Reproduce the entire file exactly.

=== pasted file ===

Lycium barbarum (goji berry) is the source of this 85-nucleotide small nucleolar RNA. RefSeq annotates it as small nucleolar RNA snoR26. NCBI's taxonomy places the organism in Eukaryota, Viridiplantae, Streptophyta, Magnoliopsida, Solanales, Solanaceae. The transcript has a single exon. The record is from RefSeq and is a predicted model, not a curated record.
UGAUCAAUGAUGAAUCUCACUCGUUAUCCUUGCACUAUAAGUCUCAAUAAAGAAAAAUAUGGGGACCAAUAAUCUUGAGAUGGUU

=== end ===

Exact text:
Lycium barbarum (goji berry) is the source of this 85-nucleotide small nucleolar RNA. RefSeq annotates it as small nucleolar RNA snoR26. NCBI's taxonomy places the organism in Eukaryota, Viridiplantae, Streptophyta, Magnoliopsida, Solanales, Solanaceae. The transcript has a single exon. The record is from RefSeq and is a predicted model, not a curated record.
UGAUCAAUGAUGAAUCUCACUCGUUAUCCUUGCACUAUAAGUCUCAAUAAAGAAAAAUAUGGGGACCAAUAAUCUUGAGAUGGUU